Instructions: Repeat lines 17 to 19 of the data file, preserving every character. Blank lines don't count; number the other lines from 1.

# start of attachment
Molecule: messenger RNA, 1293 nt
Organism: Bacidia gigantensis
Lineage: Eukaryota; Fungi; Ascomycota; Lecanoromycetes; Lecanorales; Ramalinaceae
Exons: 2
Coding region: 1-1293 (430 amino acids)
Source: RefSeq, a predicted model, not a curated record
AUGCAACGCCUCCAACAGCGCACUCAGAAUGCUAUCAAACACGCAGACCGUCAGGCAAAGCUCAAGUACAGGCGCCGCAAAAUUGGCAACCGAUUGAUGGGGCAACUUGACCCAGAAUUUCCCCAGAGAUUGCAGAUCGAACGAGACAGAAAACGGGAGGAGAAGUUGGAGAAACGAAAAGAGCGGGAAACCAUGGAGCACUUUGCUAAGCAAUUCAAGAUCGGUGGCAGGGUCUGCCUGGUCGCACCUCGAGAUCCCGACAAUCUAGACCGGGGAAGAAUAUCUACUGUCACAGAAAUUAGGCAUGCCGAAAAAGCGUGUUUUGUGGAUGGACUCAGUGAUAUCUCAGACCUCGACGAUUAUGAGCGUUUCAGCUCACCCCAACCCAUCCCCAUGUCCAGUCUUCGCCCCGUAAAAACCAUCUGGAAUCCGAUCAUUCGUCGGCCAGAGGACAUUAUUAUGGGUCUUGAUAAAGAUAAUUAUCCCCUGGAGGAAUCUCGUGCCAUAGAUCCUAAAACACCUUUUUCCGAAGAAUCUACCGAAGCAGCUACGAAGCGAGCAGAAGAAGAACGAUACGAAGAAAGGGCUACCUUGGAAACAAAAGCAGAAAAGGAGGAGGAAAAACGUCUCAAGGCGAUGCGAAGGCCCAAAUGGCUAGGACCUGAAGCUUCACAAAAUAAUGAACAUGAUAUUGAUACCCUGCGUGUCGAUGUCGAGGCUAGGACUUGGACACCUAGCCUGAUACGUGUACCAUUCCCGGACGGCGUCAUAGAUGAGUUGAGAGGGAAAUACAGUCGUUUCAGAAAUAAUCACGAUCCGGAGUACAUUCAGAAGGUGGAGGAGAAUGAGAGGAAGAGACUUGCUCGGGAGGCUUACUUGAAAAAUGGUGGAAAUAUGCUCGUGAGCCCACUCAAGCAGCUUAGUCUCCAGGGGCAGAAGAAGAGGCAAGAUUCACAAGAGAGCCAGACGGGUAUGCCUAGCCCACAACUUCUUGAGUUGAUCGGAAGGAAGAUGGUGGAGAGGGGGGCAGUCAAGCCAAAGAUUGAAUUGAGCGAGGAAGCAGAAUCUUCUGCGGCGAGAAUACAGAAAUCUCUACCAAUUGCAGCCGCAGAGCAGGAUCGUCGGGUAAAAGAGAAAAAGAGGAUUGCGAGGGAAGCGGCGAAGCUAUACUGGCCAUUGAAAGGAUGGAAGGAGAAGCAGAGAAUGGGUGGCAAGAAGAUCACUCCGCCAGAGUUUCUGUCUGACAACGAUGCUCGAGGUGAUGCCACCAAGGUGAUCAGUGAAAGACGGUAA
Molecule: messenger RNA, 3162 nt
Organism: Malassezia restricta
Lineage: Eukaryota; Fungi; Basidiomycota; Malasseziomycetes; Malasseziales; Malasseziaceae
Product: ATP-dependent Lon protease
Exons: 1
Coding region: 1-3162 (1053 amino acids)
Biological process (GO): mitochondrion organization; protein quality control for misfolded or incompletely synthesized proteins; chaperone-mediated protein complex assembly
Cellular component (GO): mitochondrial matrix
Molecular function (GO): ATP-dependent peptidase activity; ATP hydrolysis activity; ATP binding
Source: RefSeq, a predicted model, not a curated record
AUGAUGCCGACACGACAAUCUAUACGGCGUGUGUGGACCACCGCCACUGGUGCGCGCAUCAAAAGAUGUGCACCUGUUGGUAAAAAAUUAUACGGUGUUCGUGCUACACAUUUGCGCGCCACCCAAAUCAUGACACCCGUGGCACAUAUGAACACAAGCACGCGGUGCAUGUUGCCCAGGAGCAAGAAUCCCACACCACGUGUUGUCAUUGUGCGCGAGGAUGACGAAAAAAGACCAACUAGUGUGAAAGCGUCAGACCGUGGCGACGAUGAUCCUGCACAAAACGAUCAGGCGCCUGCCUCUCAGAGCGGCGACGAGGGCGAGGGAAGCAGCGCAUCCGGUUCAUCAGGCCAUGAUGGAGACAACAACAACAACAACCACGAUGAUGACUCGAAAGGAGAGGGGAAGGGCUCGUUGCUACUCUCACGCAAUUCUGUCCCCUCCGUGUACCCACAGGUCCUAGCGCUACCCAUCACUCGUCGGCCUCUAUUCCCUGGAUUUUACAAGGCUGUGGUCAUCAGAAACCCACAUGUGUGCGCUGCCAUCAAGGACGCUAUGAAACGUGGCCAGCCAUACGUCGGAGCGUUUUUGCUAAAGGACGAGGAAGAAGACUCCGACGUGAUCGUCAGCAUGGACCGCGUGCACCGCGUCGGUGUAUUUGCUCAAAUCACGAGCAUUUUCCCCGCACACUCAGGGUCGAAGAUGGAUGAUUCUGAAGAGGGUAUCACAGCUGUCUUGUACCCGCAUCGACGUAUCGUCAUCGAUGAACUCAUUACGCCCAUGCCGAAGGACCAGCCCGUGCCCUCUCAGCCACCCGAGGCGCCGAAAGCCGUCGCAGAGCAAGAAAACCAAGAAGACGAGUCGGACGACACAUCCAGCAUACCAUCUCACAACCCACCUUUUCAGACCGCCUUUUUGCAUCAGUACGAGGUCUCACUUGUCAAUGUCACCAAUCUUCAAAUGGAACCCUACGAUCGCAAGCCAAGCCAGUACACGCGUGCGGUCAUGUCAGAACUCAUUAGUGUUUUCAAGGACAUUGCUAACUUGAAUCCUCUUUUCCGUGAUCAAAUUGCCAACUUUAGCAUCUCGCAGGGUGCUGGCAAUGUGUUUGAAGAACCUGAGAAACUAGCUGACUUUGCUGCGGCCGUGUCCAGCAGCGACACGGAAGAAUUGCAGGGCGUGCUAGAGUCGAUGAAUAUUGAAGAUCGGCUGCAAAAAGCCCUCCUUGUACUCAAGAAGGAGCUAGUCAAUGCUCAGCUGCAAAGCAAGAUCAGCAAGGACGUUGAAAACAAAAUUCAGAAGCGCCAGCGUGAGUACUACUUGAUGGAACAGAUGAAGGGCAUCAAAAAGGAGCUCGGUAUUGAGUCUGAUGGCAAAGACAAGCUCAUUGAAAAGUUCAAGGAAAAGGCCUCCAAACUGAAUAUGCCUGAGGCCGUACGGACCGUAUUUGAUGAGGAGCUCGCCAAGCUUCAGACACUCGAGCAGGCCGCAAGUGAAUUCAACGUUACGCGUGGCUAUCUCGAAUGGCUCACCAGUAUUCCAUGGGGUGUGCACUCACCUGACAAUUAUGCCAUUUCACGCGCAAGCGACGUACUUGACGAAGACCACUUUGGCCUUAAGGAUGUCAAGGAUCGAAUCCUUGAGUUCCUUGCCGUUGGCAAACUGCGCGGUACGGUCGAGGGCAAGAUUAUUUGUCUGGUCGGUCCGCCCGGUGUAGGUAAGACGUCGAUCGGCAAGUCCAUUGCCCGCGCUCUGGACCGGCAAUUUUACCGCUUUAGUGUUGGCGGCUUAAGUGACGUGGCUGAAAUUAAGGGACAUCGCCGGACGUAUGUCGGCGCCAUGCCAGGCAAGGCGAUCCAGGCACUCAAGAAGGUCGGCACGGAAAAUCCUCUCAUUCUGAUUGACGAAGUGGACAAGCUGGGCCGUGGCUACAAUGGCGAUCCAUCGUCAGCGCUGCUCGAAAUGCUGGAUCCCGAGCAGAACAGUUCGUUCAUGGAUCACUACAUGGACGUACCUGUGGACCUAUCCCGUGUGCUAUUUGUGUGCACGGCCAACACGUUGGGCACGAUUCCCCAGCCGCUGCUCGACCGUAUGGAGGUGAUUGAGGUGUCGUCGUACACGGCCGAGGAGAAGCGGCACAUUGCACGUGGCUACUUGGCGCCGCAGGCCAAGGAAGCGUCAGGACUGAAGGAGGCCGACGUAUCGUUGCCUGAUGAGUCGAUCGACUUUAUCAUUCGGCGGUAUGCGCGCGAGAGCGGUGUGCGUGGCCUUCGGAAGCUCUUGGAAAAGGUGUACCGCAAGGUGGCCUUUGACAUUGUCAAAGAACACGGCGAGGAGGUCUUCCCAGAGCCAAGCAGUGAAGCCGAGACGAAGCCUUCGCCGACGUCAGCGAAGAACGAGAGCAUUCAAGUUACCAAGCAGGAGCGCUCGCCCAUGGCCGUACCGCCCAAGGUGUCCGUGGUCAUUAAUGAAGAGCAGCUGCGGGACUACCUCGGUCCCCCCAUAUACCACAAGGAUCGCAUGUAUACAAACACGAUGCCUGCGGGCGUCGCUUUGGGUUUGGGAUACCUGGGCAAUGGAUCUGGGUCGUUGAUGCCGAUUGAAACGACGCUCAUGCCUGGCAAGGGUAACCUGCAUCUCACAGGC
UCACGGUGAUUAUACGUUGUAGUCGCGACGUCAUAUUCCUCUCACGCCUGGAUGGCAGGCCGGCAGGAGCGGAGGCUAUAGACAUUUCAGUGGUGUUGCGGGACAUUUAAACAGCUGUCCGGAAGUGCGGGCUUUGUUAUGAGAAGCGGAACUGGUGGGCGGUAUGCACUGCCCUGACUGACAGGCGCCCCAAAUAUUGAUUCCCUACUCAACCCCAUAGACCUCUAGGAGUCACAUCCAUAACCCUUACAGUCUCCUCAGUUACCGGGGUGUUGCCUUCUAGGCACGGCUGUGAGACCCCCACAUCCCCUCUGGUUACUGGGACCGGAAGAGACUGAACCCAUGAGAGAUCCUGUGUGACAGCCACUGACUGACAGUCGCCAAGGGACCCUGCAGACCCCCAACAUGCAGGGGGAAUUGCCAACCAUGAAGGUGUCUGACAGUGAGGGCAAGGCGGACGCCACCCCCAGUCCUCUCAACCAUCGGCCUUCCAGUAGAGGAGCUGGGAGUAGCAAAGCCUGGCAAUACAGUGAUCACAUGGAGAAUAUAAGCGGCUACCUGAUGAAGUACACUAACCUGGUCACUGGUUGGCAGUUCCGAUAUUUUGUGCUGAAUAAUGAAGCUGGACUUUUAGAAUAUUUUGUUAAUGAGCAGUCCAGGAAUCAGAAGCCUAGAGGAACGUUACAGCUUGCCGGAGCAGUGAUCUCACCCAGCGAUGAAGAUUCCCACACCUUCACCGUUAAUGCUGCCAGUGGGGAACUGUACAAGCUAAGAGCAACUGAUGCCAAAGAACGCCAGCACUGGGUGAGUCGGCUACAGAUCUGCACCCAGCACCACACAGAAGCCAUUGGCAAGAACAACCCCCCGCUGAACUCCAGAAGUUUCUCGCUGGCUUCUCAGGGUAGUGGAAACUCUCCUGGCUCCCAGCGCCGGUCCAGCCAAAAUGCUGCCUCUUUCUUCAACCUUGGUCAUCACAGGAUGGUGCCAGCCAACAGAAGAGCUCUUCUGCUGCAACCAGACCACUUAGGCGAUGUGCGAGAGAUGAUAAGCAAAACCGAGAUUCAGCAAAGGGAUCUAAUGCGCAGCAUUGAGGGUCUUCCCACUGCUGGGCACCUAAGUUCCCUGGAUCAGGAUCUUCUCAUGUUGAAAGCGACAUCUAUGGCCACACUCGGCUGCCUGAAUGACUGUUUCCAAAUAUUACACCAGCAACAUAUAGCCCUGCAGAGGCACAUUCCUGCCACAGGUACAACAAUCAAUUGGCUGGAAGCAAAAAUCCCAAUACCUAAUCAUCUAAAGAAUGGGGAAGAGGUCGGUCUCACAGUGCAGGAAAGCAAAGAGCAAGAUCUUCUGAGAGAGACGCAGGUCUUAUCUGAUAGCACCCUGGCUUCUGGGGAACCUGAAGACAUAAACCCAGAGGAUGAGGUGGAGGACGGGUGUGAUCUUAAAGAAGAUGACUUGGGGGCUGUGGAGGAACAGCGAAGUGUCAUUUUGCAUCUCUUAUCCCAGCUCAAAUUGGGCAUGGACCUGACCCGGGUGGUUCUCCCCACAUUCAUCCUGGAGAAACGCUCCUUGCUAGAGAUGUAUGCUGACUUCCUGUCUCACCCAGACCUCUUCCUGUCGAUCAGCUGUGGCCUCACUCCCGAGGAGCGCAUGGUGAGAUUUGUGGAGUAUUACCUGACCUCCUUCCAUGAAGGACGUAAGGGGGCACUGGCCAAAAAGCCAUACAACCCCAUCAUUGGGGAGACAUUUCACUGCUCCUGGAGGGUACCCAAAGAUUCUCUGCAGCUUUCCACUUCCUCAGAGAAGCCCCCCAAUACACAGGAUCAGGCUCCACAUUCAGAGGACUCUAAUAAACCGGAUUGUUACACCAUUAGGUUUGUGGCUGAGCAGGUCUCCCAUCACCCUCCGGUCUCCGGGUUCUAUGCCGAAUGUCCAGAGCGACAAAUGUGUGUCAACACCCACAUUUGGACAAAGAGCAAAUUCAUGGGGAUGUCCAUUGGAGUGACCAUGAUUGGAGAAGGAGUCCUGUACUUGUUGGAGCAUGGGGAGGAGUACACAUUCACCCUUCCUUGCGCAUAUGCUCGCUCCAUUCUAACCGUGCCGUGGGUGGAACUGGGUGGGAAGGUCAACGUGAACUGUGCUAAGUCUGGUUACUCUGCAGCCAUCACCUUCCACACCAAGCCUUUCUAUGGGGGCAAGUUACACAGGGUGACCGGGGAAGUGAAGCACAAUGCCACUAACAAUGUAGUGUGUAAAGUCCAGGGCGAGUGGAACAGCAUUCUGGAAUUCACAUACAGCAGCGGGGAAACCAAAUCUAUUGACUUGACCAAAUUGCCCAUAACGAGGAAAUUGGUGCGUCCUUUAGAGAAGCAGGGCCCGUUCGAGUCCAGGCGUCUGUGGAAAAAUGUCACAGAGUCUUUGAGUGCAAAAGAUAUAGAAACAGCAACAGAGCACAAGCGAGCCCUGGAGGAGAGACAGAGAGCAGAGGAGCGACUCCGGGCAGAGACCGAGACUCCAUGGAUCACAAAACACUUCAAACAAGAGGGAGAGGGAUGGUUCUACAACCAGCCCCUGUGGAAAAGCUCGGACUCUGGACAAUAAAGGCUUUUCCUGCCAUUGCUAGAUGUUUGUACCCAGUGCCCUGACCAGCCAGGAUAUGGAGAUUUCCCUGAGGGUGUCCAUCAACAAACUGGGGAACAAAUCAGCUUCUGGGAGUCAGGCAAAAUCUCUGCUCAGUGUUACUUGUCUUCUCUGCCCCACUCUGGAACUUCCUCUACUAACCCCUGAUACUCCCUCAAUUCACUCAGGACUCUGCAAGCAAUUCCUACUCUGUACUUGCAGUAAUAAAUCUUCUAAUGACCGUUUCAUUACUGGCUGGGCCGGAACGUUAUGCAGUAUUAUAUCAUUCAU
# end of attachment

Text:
Source: RefSeq, a predicted model, not a curated record
AUGAUGCCGACACGACAAUCUAUACGGCGUGUGUGGACCACCGCCACUGGUGCGCGCAUCAAAAGAUGUGCACCUGUUGGUAAAAAAUUAUACGGUGUUCGUGCUACACAUUUGCGCGCCACCCAAAUCAUGACACCCGUGGCACAUAUGAACACAAGCACGCGGUGCAUGUUGCCCAGGAGCAAGAAUCCCACACCACGUGUUGUCAUUGUGCGCGAGGAUGACGAAAAAAGACCAACUAGUGUGAAAGCGUCAGACCGUGGCGACGAUGAUCCUGCACAAAACGAUCAGGCGCCUGCCUCUCAGAGCGGCGACGAGGGCGAGGGAAGCAGCGCAUCCGGUUCAUCAGGCCAUGAUGGAGACAACAACAACAACAACCACGAUGAUGACUCGAAAGGAGAGGGGAAGGGCUCGUUGCUACUCUCACGCAAUUCUGUCCCCUCCGUGUACCCACAGGUCCUAGCGCUACCCAUCACUCGUCGGCCUCUAUUCCCUGGAUUUUACAAGGCUGUGGUCAUCAGAAACCCACAUGUGUGCGCUGCCAUCAAGGACGCUAUGAAACGUGGCCAGCCAUACGUCGGAGCGUUUUUGCUAAAGGACGAGGAAGAAGACUCCGACGUGAUCGUCAGCAUGGACCGCGUGCACCGCGUCGGUGUAUUUGCUCAAAUCACGAGCAUUUUCCCCGCACACUCAGGGUCGAAGAUGGAUGAUUCUGAAGAGGGUAUCACAGCUGUCUUGUACCCGCAUCGACGUAUCGUCAUCGAUGAACUCAUUACGCCCAUGCCGAAGGACCAGCCCGUGCCCUCUCAGCCACCCGAGGCGCCGAAAGCCGUCGCAGAGCAAGAAAACCAAGAAGACGAGUCGGACGACACAUCCAGCAUACCAUCUCACAACCCACCUUUUCAGACCGCCUUUUUGCAUCAGUACGAGGUCUCACUUGUCAAUGUCACCAAUCUUCAAAUGGAACCCUACGAUCGCAAGCCAAGCCAGUACACGCGUGCGGUCAUGUCAGAACUCAUUAGUGUUUUCAAGGACAUUGCUAACUUGAAUCCUCUUUUCCGUGAUCAAAUUGCCAACUUUAGCAUCUCGCAGGGUGCUGGCAAUGUGUUUGAAGAACCUGAGAAACUAGCUGACUUUGCUGCGGCCGUGUCCAGCAGCGACACGGAAGAAUUGCAGGGCGUGCUAGAGUCGAUGAAUAUUGAAGAUCGGCUGCAAAAAGCCCUCCUUGUACUCAAGAAGGAGCUAGUCAAUGCUCAGCUGCAAAGCAAGAUCAGCAAGGACGUUGAAAACAAAAUUCAGAAGCGCCAGCGUGAGUACUACUUGAUGGAACAGAUGAAGGGCAUCAAAAAGGAGCUCGGUAUUGAGUCUGAUGGCAAAGACAAGCUCAUUGAAAAGUUCAAGGAAAAGGCCUCCAAACUGAAUAUGCCUGAGGCCGUACGGACCGUAUUUGAUGAGGAGCUCGCCAAGCUUCAGACACUCGAGCAGGCCGCAAGUGAAUUCAACGUUACGCGUGGCUAUCUCGAAUGGCUCACCAGUAUUCCAUGGGGUGUGCACUCACCUGACAAUUAUGCCAUUUCACGCGCAAGCGACGUACUUGACGAAGACCACUUUGGCCUUAAGGAUGUCAAGGAUCGAAUCCUUGAGUUCCUUGCCGUUGGCAAACUGCGCGGUACGGUCGAGGGCAAGAUUAUUUGUCUGGUCGGUCCGCCCGGUGUAGGUAAGACGUCGAUCGGCAAGUCCAUUGCCCGCGCUCUGGACCGGCAAUUUUACCGCUUUAGUGUUGGCGGCUUAAGUGACGUGGCUGAAAUUAAGGGACAUCGCCGGACGUAUGUCGGCGCCAUGCCAGGCAAGGCGAUCCAGGCACUCAAGAAGGUCGGCACGGAAAAUCCUCUCAUUCUGAUUGACGAAGUGGACAAGCUGGGCCGUGGCUACAAUGGCGAUCCAUCGUCAGCGCUGCUCGAAAUGCUGGAUCCCGAGCAGAACAGUUCGUUCAUGGAUCACUACAUGGACGUACCUGUGGACCUAUCCCGUGUGCUAUUUGUGUGCACGGCCAACACGUUGGGCACGAUUCCCCAGCCGCUGCUCGACCGUAUGGAGGUGAUUGAGGUGUCGUCGUACACGGCCGAGGAGAAGCGGCACAUUGCACGUGGCUACUUGGCGCCGCAGGCCAAGGAAGCGUCAGGACUGAAGGAGGCCGACGUAUCGUUGCCUGAUGAGUCGAUCGACUUUAUCAUUCGGCGGUAUGCGCGCGAGAGCGGUGUGCGUGGCCUUCGGAAGCUCUUGGAAAAGGUGUACCGCAAGGUGGCCUUUGACAUUGUCAAAGAACACGGCGAGGAGGUCUUCCCAGAGCCAAGCAGUGAAGCCGAGACGAAGCCUUCGCCGACGUCAGCGAAGAACGAGAGCAUUCAAGUUACCAAGCAGGAGCGCUCGCCCAUGGCCGUACCGCCCAAGGUGUCCGUGGUCAUUAAUGAAGAGCAGCUGCGGGACUACCUCGGUCCCCCCAUAUACCACAAGGAUCGCAUGUAUACAAACACGAUGCCUGCGGGCGUCGCUUUGGGUUUGGGAUACCUGGGCAAUGGAUCUGGGUCGUUGAUGCCGAUUGAAACGACGCUCAUGCCUGGCAAGGGUAACCUGCAUCUCACAGGC
UCACGGUGAUUAUACGUUGUAGUCGCGACGUCAUAUUCCUCUCACGCCUGGAUGGCAGGCCGGCAGGAGCGGAGGCUAUAGACAUUUCAGUGGUGUUGCGGGACAUUUAAACAGCUGUCCGGAAGUGCGGGCUUUGUUAUGAGAAGCGGAACUGGUGGGCGGUAUGCACUGCCCUGACUGACAGGCGCCCCAAAUAUUGAUUCCCUACUCAACCCCAUAGACCUCUAGGAGUCACAUCCAUAACCCUUACAGUCUCCUCAGUUACCGGGGUGUUGCCUUCUAGGCACGGCUGUGAGACCCCCACAUCCCCUCUGGUUACUGGGACCGGAAGAGACUGAACCCAUGAGAGAUCCUGUGUGACAGCCACUGACUGACAGUCGCCAAGGGACCCUGCAGACCCCCAACAUGCAGGGGGAAUUGCCAACCAUGAAGGUGUCUGACAGUGAGGGCAAGGCGGACGCCACCCCCAGUCCUCUCAACCAUCGGCCUUCCAGUAGAGGAGCUGGGAGUAGCAAAGCCUGGCAAUACAGUGAUCACAUGGAGAAUAUAAGCGGCUACCUGAUGAAGUACACUAACCUGGUCACUGGUUGGCAGUUCCGAUAUUUUGUGCUGAAUAAUGAAGCUGGACUUUUAGAAUAUUUUGUUAAUGAGCAGUCCAGGAAUCAGAAGCCUAGAGGAACGUUACAGCUUGCCGGAGCAGUGAUCUCACCCAGCGAUGAAGAUUCCCACACCUUCACCGUUAAUGCUGCCAGUGGGGAACUGUACAAGCUAAGAGCAACUGAUGCCAAAGAACGCCAGCACUGGGUGAGUCGGCUACAGAUCUGCACCCAGCACCACACAGAAGCCAUUGGCAAGAACAACCCCCCGCUGAACUCCAGAAGUUUCUCGCUGGCUUCUCAGGGUAGUGGAAACUCUCCUGGCUCCCAGCGCCGGUCCAGCCAAAAUGCUGCCUCUUUCUUCAACCUUGGUCAUCACAGGAUGGUGCCAGCCAACAGAAGAGCUCUUCUGCUGCAACCAGACCACUUAGGCGAUGUGCGAGAGAUGAUAAGCAAAACCGAGAUUCAGCAAAGGGAUCUAAUGCGCAGCAUUGAGGGUCUUCCCACUGCUGGGCACCUAAGUUCCCUGGAUCAGGAUCUUCUCAUGUUGAAAGCGACAUCUAUGGCCACACUCGGCUGCCUGAAUGACUGUUUCCAAAUAUUACACCAGCAACAUAUAGCCCUGCAGAGGCACAUUCCUGCCACAGGUACAACAAUCAAUUGGCUGGAAGCAAAAAUCCCAAUACCUAAUCAUCUAAAGAAUGGGGAAGAGGUCGGUCUCACAGUGCAGGAAAGCAAAGAGCAAGAUCUUCUGAGAGAGACGCAGGUCUUAUCUGAUAGCACCCUGGCUUCUGGGGAACCUGAAGACAUAAACCCAGAGGAUGAGGUGGAGGACGGGUGUGAUCUUAAAGAAGAUGACUUGGGGGCUGUGGAGGAACAGCGAAGUGUCAUUUUGCAUCUCUUAUCCCAGCUCAAAUUGGGCAUGGACCUGACCCGGGUGGUUCUCCCCACAUUCAUCCUGGAGAAACGCUCCUUGCUAGAGAUGUAUGCUGACUUCCUGUCUCACCCAGACCUCUUCCUGUCGAUCAGCUGUGGCCUCACUCCCGAGGAGCGCAUGGUGAGAUUUGUGGAGUAUUACCUGACCUCCUUCCAUGAAGGACGUAAGGGGGCACUGGCCAAAAAGCCAUACAACCCCAUCAUUGGGGAGACAUUUCACUGCUCCUGGAGGGUACCCAAAGAUUCUCUGCAGCUUUCCACUUCCUCAGAGAAGCCCCCCAAUACACAGGAUCAGGCUCCACAUUCAGAGGACUCUAAUAAACCGGAUUGUUACACCAUUAGGUUUGUGGCUGAGCAGGUCUCCCAUCACCCUCCGGUCUCCGGGUUCUAUGCCGAAUGUCCAGAGCGACAAAUGUGUGUCAACACCCACAUUUGGACAAAGAGCAAAUUCAUGGGGAUGUCCAUUGGAGUGACCAUGAUUGGAGAAGGAGUCCUGUACUUGUUGGAGCAUGGGGAGGAGUACACAUUCACCCUUCCUUGCGCAUAUGCUCGCUCCAUUCUAACCGUGCCGUGGGUGGAACUGGGUGGGAAGGUCAACGUGAACUGUGCUAAGUCUGGUUACUCUGCAGCCAUCACCUUCCACACCAAGCCUUUCUAUGGGGGCAAGUUACACAGGGUGACCGGGGAAGUGAAGCACAAUGCCACUAACAAUGUAGUGUGUAAAGUCCAGGGCGAGUGGAACAGCAUUCUGGAAUUCACAUACAGCAGCGGGGAAACCAAAUCUAUUGACUUGACCAAAUUGCCCAUAACGAGGAAAUUGGUGCGUCCUUUAGAGAAGCAGGGCCCGUUCGAGUCCAGGCGUCUGUGGAAAAAUGUCACAGAGUCUUUGAGUGCAAAAGAUAUAGAAACAGCAACAGAGCACAAGCGAGCCCUGGAGGAGAGACAGAGAGCAGAGGAGCGACUCCGGGCAGAGACCGAGACUCCAUGGAUCACAAAACACUUCAAACAAGAGGGAGAGGGAUGGUUCUACAACCAGCCCCUGUGGAAAAGCUCGGACUCUGGACAAUAAAGGCUUUUCCUGCCAUUGCUAGAUGUUUGUACCCAGUGCCCUGACCAGCCAGGAUAUGGAGAUUUCCCUGAGGGUGUCCAUCAACAAACUGGGGAACAAAUCAGCUUCUGGGAGUCAGGCAAAAUCUCUGCUCAGUGUUACUUGUCUUCUCUGCCCCACUCUGGAACUUCCUCUACUAACCCCUGAUACUCCCUCAAUUCACUCAGGACUCUGCAAGCAAUUCCUACUCUGUACUUGCAGUAAUAAAUCUUCUAAUGACCGUUUCAUUACUGGCUGGGCCGGAACGUUAUGCAGUAUUAUAUCAUUCAU